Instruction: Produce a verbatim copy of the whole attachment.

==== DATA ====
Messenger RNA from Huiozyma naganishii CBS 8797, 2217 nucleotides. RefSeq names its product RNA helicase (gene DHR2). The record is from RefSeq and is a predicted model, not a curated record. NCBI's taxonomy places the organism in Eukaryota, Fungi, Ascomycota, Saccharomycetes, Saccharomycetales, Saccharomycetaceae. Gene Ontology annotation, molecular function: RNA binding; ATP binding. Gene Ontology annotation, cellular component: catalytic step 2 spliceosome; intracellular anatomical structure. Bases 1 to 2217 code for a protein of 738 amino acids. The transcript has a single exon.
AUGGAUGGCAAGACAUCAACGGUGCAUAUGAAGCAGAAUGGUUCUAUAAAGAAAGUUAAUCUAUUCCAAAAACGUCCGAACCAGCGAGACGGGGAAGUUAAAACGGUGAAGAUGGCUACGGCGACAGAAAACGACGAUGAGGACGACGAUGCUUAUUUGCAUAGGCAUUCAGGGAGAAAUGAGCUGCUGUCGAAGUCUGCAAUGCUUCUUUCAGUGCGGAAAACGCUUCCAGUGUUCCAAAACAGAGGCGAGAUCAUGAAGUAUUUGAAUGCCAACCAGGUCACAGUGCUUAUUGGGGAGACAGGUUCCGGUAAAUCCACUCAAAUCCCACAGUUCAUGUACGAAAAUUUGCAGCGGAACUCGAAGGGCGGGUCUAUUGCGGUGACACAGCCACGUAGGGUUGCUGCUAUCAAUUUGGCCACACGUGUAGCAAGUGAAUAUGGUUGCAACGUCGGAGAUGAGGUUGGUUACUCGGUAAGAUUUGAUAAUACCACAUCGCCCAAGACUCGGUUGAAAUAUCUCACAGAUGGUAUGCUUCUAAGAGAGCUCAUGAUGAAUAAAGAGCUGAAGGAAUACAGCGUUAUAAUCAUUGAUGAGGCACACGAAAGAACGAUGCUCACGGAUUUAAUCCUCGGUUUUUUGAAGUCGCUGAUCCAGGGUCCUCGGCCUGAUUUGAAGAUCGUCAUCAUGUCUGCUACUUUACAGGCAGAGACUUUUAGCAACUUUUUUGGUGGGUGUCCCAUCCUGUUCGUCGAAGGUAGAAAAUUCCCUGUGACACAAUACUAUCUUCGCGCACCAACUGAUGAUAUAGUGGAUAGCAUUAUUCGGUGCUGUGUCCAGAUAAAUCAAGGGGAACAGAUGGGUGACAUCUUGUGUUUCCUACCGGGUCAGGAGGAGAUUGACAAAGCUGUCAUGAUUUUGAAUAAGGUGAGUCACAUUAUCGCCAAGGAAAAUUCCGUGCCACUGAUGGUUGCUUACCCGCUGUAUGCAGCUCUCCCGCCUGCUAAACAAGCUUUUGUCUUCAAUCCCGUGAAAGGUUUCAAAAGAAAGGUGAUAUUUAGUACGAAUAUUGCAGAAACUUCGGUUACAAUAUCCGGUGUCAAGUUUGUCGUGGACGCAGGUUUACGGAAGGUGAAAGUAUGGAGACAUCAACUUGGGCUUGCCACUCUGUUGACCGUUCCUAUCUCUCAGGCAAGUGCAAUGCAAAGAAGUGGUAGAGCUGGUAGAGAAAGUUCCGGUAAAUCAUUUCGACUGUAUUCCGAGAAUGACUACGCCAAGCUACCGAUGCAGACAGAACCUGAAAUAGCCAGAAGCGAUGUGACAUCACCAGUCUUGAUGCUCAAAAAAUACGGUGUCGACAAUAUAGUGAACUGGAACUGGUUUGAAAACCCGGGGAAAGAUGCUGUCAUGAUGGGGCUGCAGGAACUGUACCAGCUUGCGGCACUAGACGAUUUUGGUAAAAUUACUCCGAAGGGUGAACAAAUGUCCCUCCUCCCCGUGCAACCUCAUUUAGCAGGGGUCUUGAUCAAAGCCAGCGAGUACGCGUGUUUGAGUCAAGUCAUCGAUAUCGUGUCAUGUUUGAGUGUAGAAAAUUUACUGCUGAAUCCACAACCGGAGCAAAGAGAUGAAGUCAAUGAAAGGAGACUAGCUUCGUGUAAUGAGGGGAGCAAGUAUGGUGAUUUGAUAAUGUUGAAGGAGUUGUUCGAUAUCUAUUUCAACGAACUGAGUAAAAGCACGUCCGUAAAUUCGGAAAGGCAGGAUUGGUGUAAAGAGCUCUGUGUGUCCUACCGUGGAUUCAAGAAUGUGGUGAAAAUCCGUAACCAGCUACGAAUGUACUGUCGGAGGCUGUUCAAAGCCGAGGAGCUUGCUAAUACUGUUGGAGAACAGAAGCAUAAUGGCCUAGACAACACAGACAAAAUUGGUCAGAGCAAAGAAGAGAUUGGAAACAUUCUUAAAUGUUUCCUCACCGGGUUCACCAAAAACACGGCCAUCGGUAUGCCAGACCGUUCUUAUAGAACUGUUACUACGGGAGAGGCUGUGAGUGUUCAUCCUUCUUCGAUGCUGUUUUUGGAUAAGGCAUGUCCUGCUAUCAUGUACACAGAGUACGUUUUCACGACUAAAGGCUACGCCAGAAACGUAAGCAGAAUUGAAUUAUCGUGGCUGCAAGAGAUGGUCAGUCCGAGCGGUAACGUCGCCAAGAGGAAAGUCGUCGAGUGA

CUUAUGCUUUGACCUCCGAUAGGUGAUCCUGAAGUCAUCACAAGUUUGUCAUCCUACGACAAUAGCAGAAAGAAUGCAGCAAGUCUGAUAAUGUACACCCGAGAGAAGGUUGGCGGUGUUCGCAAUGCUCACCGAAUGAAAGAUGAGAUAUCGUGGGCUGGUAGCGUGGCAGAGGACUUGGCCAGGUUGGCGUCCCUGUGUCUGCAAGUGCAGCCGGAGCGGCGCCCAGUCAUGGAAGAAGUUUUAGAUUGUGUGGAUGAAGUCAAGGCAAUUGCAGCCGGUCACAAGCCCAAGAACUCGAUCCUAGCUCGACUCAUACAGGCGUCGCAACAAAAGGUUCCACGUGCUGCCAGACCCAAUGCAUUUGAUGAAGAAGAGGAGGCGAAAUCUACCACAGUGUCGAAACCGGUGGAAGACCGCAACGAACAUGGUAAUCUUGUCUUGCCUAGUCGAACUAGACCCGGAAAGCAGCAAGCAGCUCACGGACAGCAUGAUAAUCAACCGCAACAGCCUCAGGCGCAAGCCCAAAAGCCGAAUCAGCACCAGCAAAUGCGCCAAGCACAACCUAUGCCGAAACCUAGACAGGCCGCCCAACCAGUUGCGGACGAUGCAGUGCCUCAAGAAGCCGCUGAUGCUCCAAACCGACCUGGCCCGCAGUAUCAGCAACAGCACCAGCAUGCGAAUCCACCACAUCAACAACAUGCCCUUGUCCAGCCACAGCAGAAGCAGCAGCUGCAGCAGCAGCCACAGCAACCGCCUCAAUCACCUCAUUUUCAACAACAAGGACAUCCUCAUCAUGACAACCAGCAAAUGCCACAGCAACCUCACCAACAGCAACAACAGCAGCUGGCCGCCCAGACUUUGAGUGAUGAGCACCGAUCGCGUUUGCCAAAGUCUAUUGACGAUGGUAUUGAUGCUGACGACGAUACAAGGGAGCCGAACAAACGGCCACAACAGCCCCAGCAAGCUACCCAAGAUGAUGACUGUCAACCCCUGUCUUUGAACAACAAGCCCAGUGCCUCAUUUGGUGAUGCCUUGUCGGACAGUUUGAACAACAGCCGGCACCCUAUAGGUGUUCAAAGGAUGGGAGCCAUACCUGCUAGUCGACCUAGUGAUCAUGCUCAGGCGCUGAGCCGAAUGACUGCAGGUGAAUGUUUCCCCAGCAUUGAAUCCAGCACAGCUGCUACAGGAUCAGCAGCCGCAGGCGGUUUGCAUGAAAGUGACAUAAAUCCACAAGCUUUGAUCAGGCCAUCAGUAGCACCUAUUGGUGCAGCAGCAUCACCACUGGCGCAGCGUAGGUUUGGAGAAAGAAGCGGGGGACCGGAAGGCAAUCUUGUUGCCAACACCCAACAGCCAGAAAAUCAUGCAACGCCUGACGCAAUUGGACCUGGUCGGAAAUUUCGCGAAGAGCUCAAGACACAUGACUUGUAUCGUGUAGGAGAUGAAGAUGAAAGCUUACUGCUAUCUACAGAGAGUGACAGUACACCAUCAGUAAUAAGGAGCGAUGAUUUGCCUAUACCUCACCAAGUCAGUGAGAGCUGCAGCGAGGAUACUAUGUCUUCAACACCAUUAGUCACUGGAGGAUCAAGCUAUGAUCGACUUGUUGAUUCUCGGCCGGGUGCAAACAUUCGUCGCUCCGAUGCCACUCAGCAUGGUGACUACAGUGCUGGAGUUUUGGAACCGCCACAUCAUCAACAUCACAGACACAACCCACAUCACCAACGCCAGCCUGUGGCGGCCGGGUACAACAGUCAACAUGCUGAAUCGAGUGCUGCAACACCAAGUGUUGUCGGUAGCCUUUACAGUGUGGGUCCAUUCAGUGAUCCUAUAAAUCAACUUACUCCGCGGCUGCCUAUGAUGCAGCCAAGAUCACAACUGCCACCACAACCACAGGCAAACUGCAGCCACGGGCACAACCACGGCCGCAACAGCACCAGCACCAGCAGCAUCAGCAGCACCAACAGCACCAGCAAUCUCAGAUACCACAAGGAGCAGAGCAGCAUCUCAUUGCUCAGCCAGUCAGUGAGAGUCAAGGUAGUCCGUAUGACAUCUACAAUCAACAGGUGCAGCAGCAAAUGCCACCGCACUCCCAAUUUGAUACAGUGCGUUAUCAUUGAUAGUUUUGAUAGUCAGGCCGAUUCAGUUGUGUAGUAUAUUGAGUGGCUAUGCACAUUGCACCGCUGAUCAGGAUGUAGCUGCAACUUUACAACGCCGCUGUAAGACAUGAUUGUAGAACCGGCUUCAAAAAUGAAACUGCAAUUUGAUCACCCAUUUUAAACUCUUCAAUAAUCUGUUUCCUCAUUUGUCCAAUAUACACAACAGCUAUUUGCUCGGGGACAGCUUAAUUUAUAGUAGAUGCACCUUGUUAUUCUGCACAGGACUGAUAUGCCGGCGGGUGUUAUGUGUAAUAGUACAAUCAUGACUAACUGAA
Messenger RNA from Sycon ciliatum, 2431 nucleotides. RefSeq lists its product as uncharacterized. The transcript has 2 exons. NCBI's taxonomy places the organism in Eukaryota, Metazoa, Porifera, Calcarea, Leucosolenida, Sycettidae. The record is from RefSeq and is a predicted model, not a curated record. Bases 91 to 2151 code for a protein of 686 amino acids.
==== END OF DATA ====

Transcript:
Messenger RNA from Huiozyma naganishii CBS 8797, 2217 nucleotides. RefSeq names its product RNA helicase (gene DHR2). The record is from RefSeq and is a predicted model, not a curated record. NCBI's taxonomy places the organism in Eukaryota, Fungi, Ascomycota, Saccharomycetes, Saccharomycetales, Saccharomycetaceae. Gene Ontology annotation, molecular function: RNA binding; ATP binding. Gene Ontology annotation, cellular component: catalytic step 2 spliceosome; intracellular anatomical structure. Bases 1 to 2217 code for a protein of 738 amino acids. The transcript has a single exon.
AUGGAUGGCAAGACAUCAACGGUGCAUAUGAAGCAGAAUGGUUCUAUAAAGAAAGUUAAUCUAUUCCAAAAACGUCCGAACCAGCGAGACGGGGAAGUUAAAACGGUGAAGAUGGCUACGGCGACAGAAAACGACGAUGAGGACGACGAUGCUUAUUUGCAUAGGCAUUCAGGGAGAAAUGAGCUGCUGUCGAAGUCUGCAAUGCUUCUUUCAGUGCGGAAAACGCUUCCAGUGUUCCAAAACAGAGGCGAGAUCAUGAAGUAUUUGAAUGCCAACCAGGUCACAGUGCUUAUUGGGGAGACAGGUUCCGGUAAAUCCACUCAAAUCCCACAGUUCAUGUACGAAAAUUUGCAGCGGAACUCGAAGGGCGGGUCUAUUGCGGUGACACAGCCACGUAGGGUUGCUGCUAUCAAUUUGGCCACACGUGUAGCAAGUGAAUAUGGUUGCAACGUCGGAGAUGAGGUUGGUUACUCGGUAAGAUUUGAUAAUACCACAUCGCCCAAGACUCGGUUGAAAUAUCUCACAGAUGGUAUGCUUCUAAGAGAGCUCAUGAUGAAUAAAGAGCUGAAGGAAUACAGCGUUAUAAUCAUUGAUGAGGCACACGAAAGAACGAUGCUCACGGAUUUAAUCCUCGGUUUUUUGAAGUCGCUGAUCCAGGGUCCUCGGCCUGAUUUGAAGAUCGUCAUCAUGUCUGCUACUUUACAGGCAGAGACUUUUAGCAACUUUUUUGGUGGGUGUCCCAUCCUGUUCGUCGAAGGUAGAAAAUUCCCUGUGACACAAUACUAUCUUCGCGCACCAACUGAUGAUAUAGUGGAUAGCAUUAUUCGGUGCUGUGUCCAGAUAAAUCAAGGGGAACAGAUGGGUGACAUCUUGUGUUUCCUACCGGGUCAGGAGGAGAUUGACAAAGCUGUCAUGAUUUUGAAUAAGGUGAGUCACAUUAUCGCCAAGGAAAAUUCCGUGCCACUGAUGGUUGCUUACCCGCUGUAUGCAGCUCUCCCGCCUGCUAAACAAGCUUUUGUCUUCAAUCCCGUGAAAGGUUUCAAAAGAAAGGUGAUAUUUAGUACGAAUAUUGCAGAAACUUCGGUUACAAUAUCCGGUGUCAAGUUUGUCGUGGACGCAGGUUUACGGAAGGUGAAAGUAUGGAGACAUCAACUUGGGCUUGCCACUCUGUUGACCGUUCCUAUCUCUCAGGCAAGUGCAAUGCAAAGAAGUGGUAGAGCUGGUAGAGAAAGUUCCGGUAAAUCAUUUCGACUGUAUUCCGAGAAUGACUACGCCAAGCUACCGAUGCAGACAGAACCUGAAAUAGCCAGAAGCGAUGUGACAUCACCAGUCUUGAUGCUCAAAAAAUACGGUGUCGACAAUAUAGUGAACUGGAACUGGUUUGAAAACCCGGGGAAAGAUGCUGUCAUGAUGGGGCUGCAGGAACUGUACCAGCUUGCGGCACUAGACGAUUUUGGUAAAAUUACUCCGAAGGGUGAACAAAUGUCCCUCCUCCCCGUGCAACCUCAUUUAGCAGGGGUCUUGAUCAAAGCCAGCGAGUACGCGUGUUUGAGUCAAGUCAUCGAUAUCGUGUCAUGUUUGAGUGUAGAAAAUUUACUGCUGAAUCCACAACCGGAGCAAAGAGAUGAAGUCAAUGAAAGGAGACUAGCUUCGUGUAAUGAGGGGAGCAAGUAUGGUGAUUUGAUAAUGUUGAAGGAGUUGUUCGAUAUCUAUUUCAACGAACUGAGUAAAAGCACGUCCGUAAAUUCGGAAAGGCAGGAUUGGUGUAAAGAGCUCUGUGUGUCCUACCGUGGAUUCAAGAAUGUGGUGAAAAUCCGUAACCAGCUACGAAUGUACUGUCGGAGGCUGUUCAAAGCCGAGGAGCUUGCUAAUACUGUUGGAGAACAGAAGCAUAAUGGCCUAGACAACACAGACAAAAUUGGUCAGAGCAAAGAAGAGAUUGGAAACAUUCUUAAAUGUUUCCUCACCGGGUUCACCAAAAACACGGCCAUCGGUAUGCCAGACCGUUCUUAUAGAACUGUUACUACGGGAGAGGCUGUGAGUGUUCAUCCUUCUUCGAUGCUGUUUUUGGAUAAGGCAUGUCCUGCUAUCAUGUACACAGAGUACGUUUUCACGACUAAAGGCUACGCCAGAAACGUAAGCAGAAUUGAAUUAUCGUGGCUGCAAGAGAUGGUCAGUCCGAGCGGUAACGUCGCCAAGAGGAAAGUCGUCGAGUGA

CUUAUGCUUUGACCUCCGAUAGGUGAUCCUGAAGUCAUCACAAGUUUGUCAUCCUACGACAAUAGCAGAAAGAAUGCAGCAAGUCUGAUAAUGUACACCCGAGAGAAGGUUGGCGGUGUUCGCAAUGCUCACCGAAUGAAAGAUGAGAUAUCGUGGGCUGGUAGCGUGGCAGAGGACUUGGCCAGGUUGGCGUCCCUGUGUCUGCAAGUGCAGCCGGAGCGGCGCCCAGUCAUGGAAGAAGUUUUAGAUUGUGUGGAUGAAGUCAAGGCAAUUGCAGCCGGUCACAAGCCCAAGAACUCGAUCCUAGCUCGACUCAUACAGGCGUCGCAACAAAAGGUUCCACGUGCUGCCAGACCCAAUGCAUUUGAUGAAGAAGAGGAGGCGAAAUCUACCACAGUGUCGAAACCGGUGGAAGACCGCAACGAACAUGGUAAUCUUGUCUUGCCUAGUCGAACUAGACCCGGAAAGCAGCAAGCAGCUCACGGACAGCAUGAUAAUCAACCGCAACAGCCUCAGGCGCAAGCCCAAAAGCCGAAUCAGCACCAGCAAAUGCGCCAAGCACAACCUAUGCCGAAACCUAGACAGGCCGCCCAACCAGUUGCGGACGAUGCAGUGCCUCAAGAAGCCGCUGAUGCUCCAAACCGACCUGGCCCGCAGUAUCAGCAACAGCACCAGCAUGCGAAUCCACCACAUCAACAACAUGCCCUUGUCCAGCCACAGCAGAAGCAGCAGCUGCAGCAGCAGCCACAGCAACCGCCUCAAUCACCUCAUUUUCAACAACAAGGACAUCCUCAUCAUGACAACCAGCAAAUGCCACAGCAACCUCACCAACAGCAACAACAGCAGCUGGCCGCCCAGACUUUGAGUGAUGAGCACCGAUCGCGUUUGCCAAAGUCUAUUGACGAUGGUAUUGAUGCUGACGACGAUACAAGGGAGCCGAACAAACGGCCACAACAGCCCCAGCAAGCUACCCAAGAUGAUGACUGUCAACCCCUGUCUUUGAACAACAAGCCCAGUGCCUCAUUUGGUGAUGCCUUGUCGGACAGUUUGAACAACAGCCGGCACCCUAUAGGUGUUCAAAGGAUGGGAGCCAUACCUGCUAGUCGACCUAGUGAUCAUGCUCAGGCGCUGAGCCGAAUGACUGCAGGUGAAUGUUUCCCCAGCAUUGAAUCCAGCACAGCUGCUACAGGAUCAGCAGCCGCAGGCGGUUUGCAUGAAAGUGACAUAAAUCCACAAGCUUUGAUCAGGCCAUCAGUAGCACCUAUUGGUGCAGCAGCAUCACCACUGGCGCAGCGUAGGUUUGGAGAAAGAAGCGGGGGACCGGAAGGCAAUCUUGUUGCCAACACCCAACAGCCAGAAAAUCAUGCAACGCCUGACGCAAUUGGACCUGGUCGGAAAUUUCGCGAAGAGCUCAAGACACAUGACUUGUAUCGUGUAGGAGAUGAAGAUGAAAGCUUACUGCUAUCUACAGAGAGUGACAGUACACCAUCAGUAAUAAGGAGCGAUGAUUUGCCUAUACCUCACCAAGUCAGUGAGAGCUGCAGCGAGGAUACUAUGUCUUCAACACCAUUAGUCACUGGAGGAUCAAGCUAUGAUCGACUUGUUGAUUCUCGGCCGGGUGCAAACAUUCGUCGCUCCGAUGCCACUCAGCAUGGUGACUACAGUGCUGGAGUUUUGGAACCGCCACAUCAUCAACAUCACAGACACAACCCACAUCACCAACGCCAGCCUGUGGCGGCCGGGUACAACAGUCAACAUGCUGAAUCGAGUGCUGCAACACCAAGUGUUGUCGGUAGCCUUUACAGUGUGGGUCCAUUCAGUGAUCCUAUAAAUCAACUUACUCCGCGGCUGCCUAUGAUGCAGCCAAGAUCACAACUGCCACCACAACCACAGGCAAACUGCAGCCACGGGCACAACCACGGCCGCAACAGCACCAGCACCAGCAGCAUCAGCAGCACCAACAGCACCAGCAAUCUCAGAUACCACAAGGAGCAGAGCAGCAUCUCAUUGCUCAGCCAGUCAGUGAGAGUCAAGGUAGUCCGUAUGACAUCUACAAUCAACAGGUGCAGCAGCAAAUGCCACCGCACUCCCAAUUUGAUACAGUGCGUUAUCAUUGAUAGUUUUGAUAGUCAGGCCGAUUCAGUUGUGUAGUAUAUUGAGUGGCUAUGCACAUUGCACCGCUGAUCAGGAUGUAGCUGCAACUUUACAACGCCGCUGUAAGACAUGAUUGUAGAACCGGCUUCAAAAAUGAAACUGCAAUUUGAUCACCCAUUUUAAACUCUUCAAUAAUCUGUUUCCUCAUUUGUCCAAUAUACACAACAGCUAUUUGCUCGGGGACAGCUUAAUUUAUAGUAGAUGCACCUUGUUAUUCUGCACAGGACUGAUAUGCCGGCGGGUGUUAUGUGUAAUAGUACAAUCAUGACUAACUGAA
Messenger RNA from Sycon ciliatum, 2431 nucleotides. RefSeq lists its product as uncharacterized. The transcript has 2 exons. NCBI's taxonomy places the organism in Eukaryota, Metazoa, Porifera, Calcarea, Leucosolenida, Sycettidae. The record is from RefSeq and is a predicted model, not a curated record. Bases 91 to 2151 code for a protein of 686 amino acids.